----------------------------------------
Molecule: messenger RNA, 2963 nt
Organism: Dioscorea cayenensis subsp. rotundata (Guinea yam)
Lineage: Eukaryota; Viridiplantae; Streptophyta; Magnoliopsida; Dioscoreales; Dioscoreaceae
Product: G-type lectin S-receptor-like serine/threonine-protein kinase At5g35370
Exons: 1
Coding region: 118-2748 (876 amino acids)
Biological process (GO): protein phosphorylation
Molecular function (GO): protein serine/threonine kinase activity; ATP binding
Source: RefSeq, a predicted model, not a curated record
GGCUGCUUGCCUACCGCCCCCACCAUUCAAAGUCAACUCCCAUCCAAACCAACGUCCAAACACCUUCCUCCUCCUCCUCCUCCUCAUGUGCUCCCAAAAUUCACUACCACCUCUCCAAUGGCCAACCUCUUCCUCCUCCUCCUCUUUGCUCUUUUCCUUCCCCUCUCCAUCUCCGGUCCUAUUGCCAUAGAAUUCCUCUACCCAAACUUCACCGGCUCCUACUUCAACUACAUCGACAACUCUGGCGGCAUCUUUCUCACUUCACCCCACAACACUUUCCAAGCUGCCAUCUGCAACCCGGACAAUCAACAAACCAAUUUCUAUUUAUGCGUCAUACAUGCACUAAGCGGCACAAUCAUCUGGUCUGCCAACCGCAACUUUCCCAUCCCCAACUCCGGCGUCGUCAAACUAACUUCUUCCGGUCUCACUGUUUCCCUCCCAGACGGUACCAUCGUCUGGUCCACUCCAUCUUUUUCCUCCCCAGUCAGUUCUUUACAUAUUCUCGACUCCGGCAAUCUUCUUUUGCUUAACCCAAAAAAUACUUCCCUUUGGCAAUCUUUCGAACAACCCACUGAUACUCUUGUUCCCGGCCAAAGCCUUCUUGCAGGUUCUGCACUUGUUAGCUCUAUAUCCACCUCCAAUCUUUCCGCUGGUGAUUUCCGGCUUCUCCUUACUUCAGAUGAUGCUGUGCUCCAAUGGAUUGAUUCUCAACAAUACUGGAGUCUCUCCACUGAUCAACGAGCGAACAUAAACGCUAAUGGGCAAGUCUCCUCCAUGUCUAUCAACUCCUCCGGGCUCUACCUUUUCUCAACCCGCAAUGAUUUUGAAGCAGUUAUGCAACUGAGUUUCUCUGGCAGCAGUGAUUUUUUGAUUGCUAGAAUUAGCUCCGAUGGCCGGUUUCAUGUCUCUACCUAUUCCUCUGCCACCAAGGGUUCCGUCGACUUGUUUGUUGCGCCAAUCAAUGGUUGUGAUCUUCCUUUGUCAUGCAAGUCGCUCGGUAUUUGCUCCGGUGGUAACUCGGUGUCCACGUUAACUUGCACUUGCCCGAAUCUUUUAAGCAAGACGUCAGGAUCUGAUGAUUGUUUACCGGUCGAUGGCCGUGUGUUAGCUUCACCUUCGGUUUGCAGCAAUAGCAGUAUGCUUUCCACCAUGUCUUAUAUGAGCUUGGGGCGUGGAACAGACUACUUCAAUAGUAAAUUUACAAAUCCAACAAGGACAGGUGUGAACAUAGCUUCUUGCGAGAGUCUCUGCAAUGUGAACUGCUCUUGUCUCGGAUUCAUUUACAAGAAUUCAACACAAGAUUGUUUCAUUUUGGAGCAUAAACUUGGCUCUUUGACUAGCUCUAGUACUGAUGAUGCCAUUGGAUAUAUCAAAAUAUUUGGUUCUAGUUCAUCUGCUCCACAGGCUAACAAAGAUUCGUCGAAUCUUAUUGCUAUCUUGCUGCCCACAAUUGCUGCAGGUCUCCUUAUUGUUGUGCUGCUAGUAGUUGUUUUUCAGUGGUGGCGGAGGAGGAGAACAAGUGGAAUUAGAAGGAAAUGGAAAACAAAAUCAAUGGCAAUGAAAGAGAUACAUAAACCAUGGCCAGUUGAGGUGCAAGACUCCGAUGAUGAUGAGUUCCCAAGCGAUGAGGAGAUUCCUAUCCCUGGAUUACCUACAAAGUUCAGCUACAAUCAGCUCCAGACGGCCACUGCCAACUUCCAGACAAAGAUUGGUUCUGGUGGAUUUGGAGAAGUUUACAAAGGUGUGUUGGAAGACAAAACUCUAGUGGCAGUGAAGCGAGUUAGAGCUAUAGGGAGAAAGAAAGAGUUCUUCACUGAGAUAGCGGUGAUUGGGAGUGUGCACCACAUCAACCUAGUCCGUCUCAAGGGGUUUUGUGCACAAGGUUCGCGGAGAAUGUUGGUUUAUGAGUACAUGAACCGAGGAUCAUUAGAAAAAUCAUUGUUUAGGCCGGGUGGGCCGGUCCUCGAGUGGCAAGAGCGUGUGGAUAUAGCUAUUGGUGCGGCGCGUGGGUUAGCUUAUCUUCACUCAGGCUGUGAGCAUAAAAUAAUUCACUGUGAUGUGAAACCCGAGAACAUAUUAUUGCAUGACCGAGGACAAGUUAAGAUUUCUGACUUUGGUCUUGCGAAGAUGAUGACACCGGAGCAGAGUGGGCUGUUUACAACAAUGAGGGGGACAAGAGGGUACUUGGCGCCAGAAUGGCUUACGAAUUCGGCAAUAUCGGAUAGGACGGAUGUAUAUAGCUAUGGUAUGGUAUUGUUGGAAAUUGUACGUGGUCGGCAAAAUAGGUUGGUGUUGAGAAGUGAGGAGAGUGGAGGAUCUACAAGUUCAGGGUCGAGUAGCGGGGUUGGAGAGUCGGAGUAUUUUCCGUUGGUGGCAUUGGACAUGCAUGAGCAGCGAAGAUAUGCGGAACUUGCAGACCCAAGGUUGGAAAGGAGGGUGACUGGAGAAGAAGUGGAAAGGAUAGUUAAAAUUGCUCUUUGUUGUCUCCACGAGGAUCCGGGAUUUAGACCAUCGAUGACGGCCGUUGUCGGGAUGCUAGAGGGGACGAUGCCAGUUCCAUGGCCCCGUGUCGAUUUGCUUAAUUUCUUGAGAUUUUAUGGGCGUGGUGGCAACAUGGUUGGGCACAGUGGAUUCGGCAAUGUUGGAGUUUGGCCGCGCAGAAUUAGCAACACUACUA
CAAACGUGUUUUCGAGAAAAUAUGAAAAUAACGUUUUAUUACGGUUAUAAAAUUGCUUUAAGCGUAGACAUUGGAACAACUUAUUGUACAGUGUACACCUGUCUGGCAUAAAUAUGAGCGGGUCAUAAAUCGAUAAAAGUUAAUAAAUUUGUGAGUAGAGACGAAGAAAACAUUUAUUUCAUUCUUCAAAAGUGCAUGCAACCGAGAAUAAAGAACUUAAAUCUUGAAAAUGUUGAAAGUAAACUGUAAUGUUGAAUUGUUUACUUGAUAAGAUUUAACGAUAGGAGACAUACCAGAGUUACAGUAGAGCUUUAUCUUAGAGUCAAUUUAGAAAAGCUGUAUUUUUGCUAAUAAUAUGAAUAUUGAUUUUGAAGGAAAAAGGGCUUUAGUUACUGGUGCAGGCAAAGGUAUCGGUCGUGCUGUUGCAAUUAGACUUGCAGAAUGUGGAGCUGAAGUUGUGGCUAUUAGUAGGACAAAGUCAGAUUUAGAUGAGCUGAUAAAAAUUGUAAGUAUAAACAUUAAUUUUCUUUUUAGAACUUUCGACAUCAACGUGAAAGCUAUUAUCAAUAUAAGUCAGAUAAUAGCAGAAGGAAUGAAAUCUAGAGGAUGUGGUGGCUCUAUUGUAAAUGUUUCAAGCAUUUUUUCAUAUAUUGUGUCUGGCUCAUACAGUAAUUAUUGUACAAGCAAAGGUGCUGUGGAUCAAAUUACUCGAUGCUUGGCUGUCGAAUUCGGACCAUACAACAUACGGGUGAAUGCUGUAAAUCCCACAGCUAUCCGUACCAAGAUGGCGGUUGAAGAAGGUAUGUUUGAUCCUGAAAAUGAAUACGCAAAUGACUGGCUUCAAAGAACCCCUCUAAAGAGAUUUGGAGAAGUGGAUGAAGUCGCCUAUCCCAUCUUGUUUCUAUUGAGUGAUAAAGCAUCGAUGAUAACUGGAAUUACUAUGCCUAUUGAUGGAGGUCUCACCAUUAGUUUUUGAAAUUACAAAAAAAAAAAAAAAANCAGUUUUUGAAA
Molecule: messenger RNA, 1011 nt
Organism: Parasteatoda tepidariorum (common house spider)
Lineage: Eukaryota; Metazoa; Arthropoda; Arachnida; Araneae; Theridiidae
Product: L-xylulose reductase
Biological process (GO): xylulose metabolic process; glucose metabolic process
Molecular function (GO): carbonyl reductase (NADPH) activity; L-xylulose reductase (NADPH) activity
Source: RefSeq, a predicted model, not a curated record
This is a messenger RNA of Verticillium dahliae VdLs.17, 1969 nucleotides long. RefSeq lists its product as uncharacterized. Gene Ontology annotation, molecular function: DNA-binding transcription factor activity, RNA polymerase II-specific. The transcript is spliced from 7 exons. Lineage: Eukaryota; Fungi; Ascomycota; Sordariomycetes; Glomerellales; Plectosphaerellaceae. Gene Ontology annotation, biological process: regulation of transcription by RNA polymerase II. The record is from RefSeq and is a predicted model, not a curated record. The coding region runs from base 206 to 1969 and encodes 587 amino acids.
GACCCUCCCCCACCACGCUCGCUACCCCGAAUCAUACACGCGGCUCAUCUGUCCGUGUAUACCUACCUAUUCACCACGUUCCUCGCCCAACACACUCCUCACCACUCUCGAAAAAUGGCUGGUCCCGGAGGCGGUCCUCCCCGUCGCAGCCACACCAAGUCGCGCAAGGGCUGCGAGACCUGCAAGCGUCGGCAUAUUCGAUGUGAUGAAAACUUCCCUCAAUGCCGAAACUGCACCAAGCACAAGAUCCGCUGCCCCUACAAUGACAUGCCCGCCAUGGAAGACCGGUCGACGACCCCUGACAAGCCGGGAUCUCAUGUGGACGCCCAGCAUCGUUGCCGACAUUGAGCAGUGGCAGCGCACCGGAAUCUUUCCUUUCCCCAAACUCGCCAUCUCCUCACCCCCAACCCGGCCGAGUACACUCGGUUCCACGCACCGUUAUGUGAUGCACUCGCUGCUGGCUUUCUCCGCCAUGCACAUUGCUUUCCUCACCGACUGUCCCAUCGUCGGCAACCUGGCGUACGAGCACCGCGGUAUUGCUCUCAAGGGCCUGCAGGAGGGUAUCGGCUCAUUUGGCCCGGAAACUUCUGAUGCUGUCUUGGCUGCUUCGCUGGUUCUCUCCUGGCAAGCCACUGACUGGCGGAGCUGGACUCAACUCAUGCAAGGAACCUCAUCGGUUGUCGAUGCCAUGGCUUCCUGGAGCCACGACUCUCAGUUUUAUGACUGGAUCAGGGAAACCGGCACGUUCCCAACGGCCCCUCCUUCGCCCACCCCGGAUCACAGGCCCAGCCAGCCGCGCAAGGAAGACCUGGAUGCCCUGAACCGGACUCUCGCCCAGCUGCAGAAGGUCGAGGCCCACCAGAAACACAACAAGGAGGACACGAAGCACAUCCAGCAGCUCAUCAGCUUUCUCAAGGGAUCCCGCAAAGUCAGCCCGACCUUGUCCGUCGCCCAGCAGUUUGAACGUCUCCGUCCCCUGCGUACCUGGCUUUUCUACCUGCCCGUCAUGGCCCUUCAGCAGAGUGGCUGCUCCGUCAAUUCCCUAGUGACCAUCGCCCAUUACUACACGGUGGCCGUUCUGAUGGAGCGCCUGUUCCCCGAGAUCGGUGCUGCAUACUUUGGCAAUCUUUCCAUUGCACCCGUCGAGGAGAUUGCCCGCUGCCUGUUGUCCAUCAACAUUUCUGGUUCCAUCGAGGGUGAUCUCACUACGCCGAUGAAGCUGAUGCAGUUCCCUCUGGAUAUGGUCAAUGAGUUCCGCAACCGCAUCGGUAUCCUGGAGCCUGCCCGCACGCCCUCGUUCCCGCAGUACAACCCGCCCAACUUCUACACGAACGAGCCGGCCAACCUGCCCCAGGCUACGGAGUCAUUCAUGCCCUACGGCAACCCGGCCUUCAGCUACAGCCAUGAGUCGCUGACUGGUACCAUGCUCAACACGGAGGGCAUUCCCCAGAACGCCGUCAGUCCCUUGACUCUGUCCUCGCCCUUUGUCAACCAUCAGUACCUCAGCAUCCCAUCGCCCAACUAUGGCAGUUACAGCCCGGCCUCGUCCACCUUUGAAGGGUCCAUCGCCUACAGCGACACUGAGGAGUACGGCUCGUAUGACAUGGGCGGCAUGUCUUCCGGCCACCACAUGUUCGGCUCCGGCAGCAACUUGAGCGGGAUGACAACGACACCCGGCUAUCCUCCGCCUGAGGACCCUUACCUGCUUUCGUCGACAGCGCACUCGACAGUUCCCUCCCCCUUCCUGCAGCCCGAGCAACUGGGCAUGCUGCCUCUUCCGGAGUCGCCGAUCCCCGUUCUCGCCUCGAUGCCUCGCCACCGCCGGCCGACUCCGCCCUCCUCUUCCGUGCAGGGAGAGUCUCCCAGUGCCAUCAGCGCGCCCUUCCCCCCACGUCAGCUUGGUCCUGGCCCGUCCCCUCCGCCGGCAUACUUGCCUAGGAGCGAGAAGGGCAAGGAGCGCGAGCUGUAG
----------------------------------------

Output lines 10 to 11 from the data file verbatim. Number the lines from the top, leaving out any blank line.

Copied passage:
GGCUGCUUGCCUACCGCCCCCACCAUUCAAAGUCAACUCCCAUCCAAACCAACGUCCAAACACCUUCCUCCUCCUCCUCCUCCUCAUGUGCUCCCAAAAUUCACUACCACCUCUCCAAUGGCCAACCUCUUCCUCCUCCUCCUCUUUGCUCUUUUCCUUCCCCUCUCCAUCUCCGGUCCUAUUGCCAUAGAAUUCCUCUACCCAAACUUCACCGGCUCCUACUUCAACUACAUCGACAACUCUGGCGGCAUCUUUCUCACUUCACCCCACAACACUUUCCAAGCUGCCAUCUGCAACCCGGACAAUCAACAAACCAAUUUCUAUUUAUGCGUCAUACAUGCACUAAGCGGCACAAUCAUCUGGUCUGCCAACCGCAACUUUCCCAUCCCCAACUCCGGCGUCGUCAAACUAACUUCUUCCGGUCUCACUGUUUCCCUCCCAGACGGUACCAUCGUCUGGUCCACUCCAUCUUUUUCCUCCCCAGUCAGUUCUUUACAUAUUCUCGACUCCGGCAAUCUUCUUUUGCUUAACCCAAAAAAUACUUCCCUUUGGCAAUCUUUCGAACAACCCACUGAUACUCUUGUUCCCGGCCAAAGCCUUCUUGCAGGUUCUGCACUUGUUAGCUCUAUAUCCACCUCCAAUCUUUCCGCUGGUGAUUUCCGGCUUCUCCUUACUUCAGAUGAUGCUGUGCUCCAAUGGAUUGAUUCUCAACAAUACUGGAGUCUCUCCACUGAUCAACGAGCGAACAUAAACGCUAAUGGGCAAGUCUCCUCCAUGUCUAUCAACUCCUCCGGGCUCUACCUUUUCUCAACCCGCAAUGAUUUUGAAGCAGUUAUGCAACUGAGUUUCUCUGGCAGCAGUGAUUUUUUGAUUGCUAGAAUUAGCUCCGAUGGCCGGUUUCAUGUCUCUACCUAUUCCUCUGCCACCAAGGGUUCCGUCGACUUGUUUGUUGCGCCAAUCAAUGGUUGUGAUCUUCCUUUGUCAUGCAAGUCGCUCGGUAUUUGCUCCGGUGGUAACUCGGUGUCCACGUUAACUUGCACUUGCCCGAAUCUUUUAAGCAAGACGUCAGGAUCUGAUGAUUGUUUACCGGUCGAUGGCCGUGUGUUAGCUUCACCUUCGGUUUGCAGCAAUAGCAGUAUGCUUUCCACCAUGUCUUAUAUGAGCUUGGGGCGUGGAACAGACUACUUCAAUAGUAAAUUUACAAAUCCAACAAGGACAGGUGUGAACAUAGCUUCUUGCGAGAGUCUCUGCAAUGUGAACUGCUCUUGUCUCGGAUUCAUUUACAAGAAUUCAACACAAGAUUGUUUCAUUUUGGAGCAUAAACUUGGCUCUUUGACUAGCUCUAGUACUGAUGAUGCCAUUGGAUAUAUCAAAAUAUUUGGUUCUAGUUCAUCUGCUCCACAGGCUAACAAAGAUUCGUCGAAUCUUAUUGCUAUCUUGCUGCCCACAAUUGCUGCAGGUCUCCUUAUUGUUGUGCUGCUAGUAGUUGUUUUUCAGUGGUGGCGGAGGAGGAGAACAAGUGGAAUUAGAAGGAAAUGGAAAACAAAAUCAAUGGCAAUGAAAGAGAUACAUAAACCAUGGCCAGUUGAGGUGCAAGACUCCGAUGAUGAUGAGUUCCCAAGCGAUGAGGAGAUUCCUAUCCCUGGAUUACCUACAAAGUUCAGCUACAAUCAGCUCCAGACGGCCACUGCCAACUUCCAGACAAAGAUUGGUUCUGGUGGAUUUGGAGAAGUUUACAAAGGUGUGUUGGAAGACAAAACUCUAGUGGCAGUGAAGCGAGUUAGAGCUAUAGGGAGAAAGAAAGAGUUCUUCACUGAGAUAGCGGUGAUUGGGAGUGUGCACCACAUCAACCUAGUCCGUCUCAAGGGGUUUUGUGCACAAGGUUCGCGGAGAAUGUUGGUUUAUGAGUACAUGAACCGAGGAUCAUUAGAAAAAUCAUUGUUUAGGCCGGGUGGGCCGGUCCUCGAGUGGCAAGAGCGUGUGGAUAUAGCUAUUGGUGCGGCGCGUGGGUUAGCUUAUCUUCACUCAGGCUGUGAGCAUAAAAUAAUUCACUGUGAUGUGAAACCCGAGAACAUAUUAUUGCAUGACCGAGGACAAGUUAAGAUUUCUGACUUUGGUCUUGCGAAGAUGAUGACACCGGAGCAGAGUGGGCUGUUUACAACAAUGAGGGGGACAAGAGGGUACUUGGCGCCAGAAUGGCUUACGAAUUCGGCAAUAUCGGAUAGGACGGAUGUAUAUAGCUAUGGUAUGGUAUUGUUGGAAAUUGUACGUGGUCGGCAAAAUAGGUUGGUGUUGAGAAGUGAGGAGAGUGGAGGAUCUACAAGUUCAGGGUCGAGUAGCGGGGUUGGAGAGUCGGAGUAUUUUCCGUUGGUGGCAUUGGACAUGCAUGAGCAGCGAAGAUAUGCGGAACUUGCAGACCCAAGGUUGGAAAGGAGGGUGACUGGAGAAGAAGUGGAAAGGAUAGUUAAAAUUGCUCUUUGUUGUCUCCACGAGGAUCCGGGAUUUAGACCAUCGAUGACGGCCGUUGUCGGGAUGCUAGAGGGGACGAUGCCAGUUCCAUGGCCCCGUGUCGAUUUGCUUAAUUUCUUGAGAUUUUAUGGGCGUGGUGGCAACAUGGUUGGGCACAGUGGAUUCGGCAAUGUUGGAGUUUGGCCGCGCAGAAUUAGCAACACUACUA
CAAACGUGUUUUCGAGAAAAUAUGAAAAUAACGUUUUAUUACGGUUAUAAAAUUGCUUUAAGCGUAGACAUUGGAACAACUUAUUGUACAGUGUACACCUGUCUGGCAUAAAUAUGAGCGGGUCAUAAAUCGAUAAAAGUUAAUAAAUUUGUGAGUAGAGACGAAGAAAACAUUUAUUUCAUUCUUCAAAAGUGCAUGCAACCGAGAAUAAAGAACUUAAAUCUUGAAAAUGUUGAAAGUAAACUGUAAUGUUGAAUUGUUUACUUGAUAAGAUUUAACGAUAGGAGACAUACCAGAGUUACAGUAGAGCUUUAUCUUAGAGUCAAUUUAGAAAAGCUGUAUUUUUGCUAAUAAUAUGAAUAUUGAUUUUGAAGGAAAAAGGGCUUUAGUUACUGGUGCAGGCAAAGGUAUCGGUCGUGCUGUUGCAAUUAGACUUGCAGAAUGUGGAGCUGAAGUUGUGGCUAUUAGUAGGACAAAGUCAGAUUUAGAUGAGCUGAUAAAAAUUGUAAGUAUAAACAUUAAUUUUCUUUUUAGAACUUUCGACAUCAACGUGAAAGCUAUUAUCAAUAUAAGUCAGAUAAUAGCAGAAGGAAUGAAAUCUAGAGGAUGUGGUGGCUCUAUUGUAAAUGUUUCAAGCAUUUUUUCAUAUAUUGUGUCUGGCUCAUACAGUAAUUAUUGUACAAGCAAAGGUGCUGUGGAUCAAAUUACUCGAUGCUUGGCUGUCGAAUUCGGACCAUACAACAUACGGGUGAAUGCUGUAAAUCCCACAGCUAUCCGUACCAAGAUGGCGGUUGAAGAAGGUAUGUUUGAUCCUGAAAAUGAAUACGCAAAUGACUGGCUUCAAAGAACCCCUCUAAAGAGAUUUGGAGAAGUGGAUGAAGUCGCCUAUCCCAUCUUGUUUCUAUUGAGUGAUAAAGCAUCGAUGAUAACUGGAAUUACUAUGCCUAUUGAUGGAGGUCUCACCAUUAGUUUUUGAAAUUACAAAAAAAAAAAAAAAANCAGUUUUUGAAA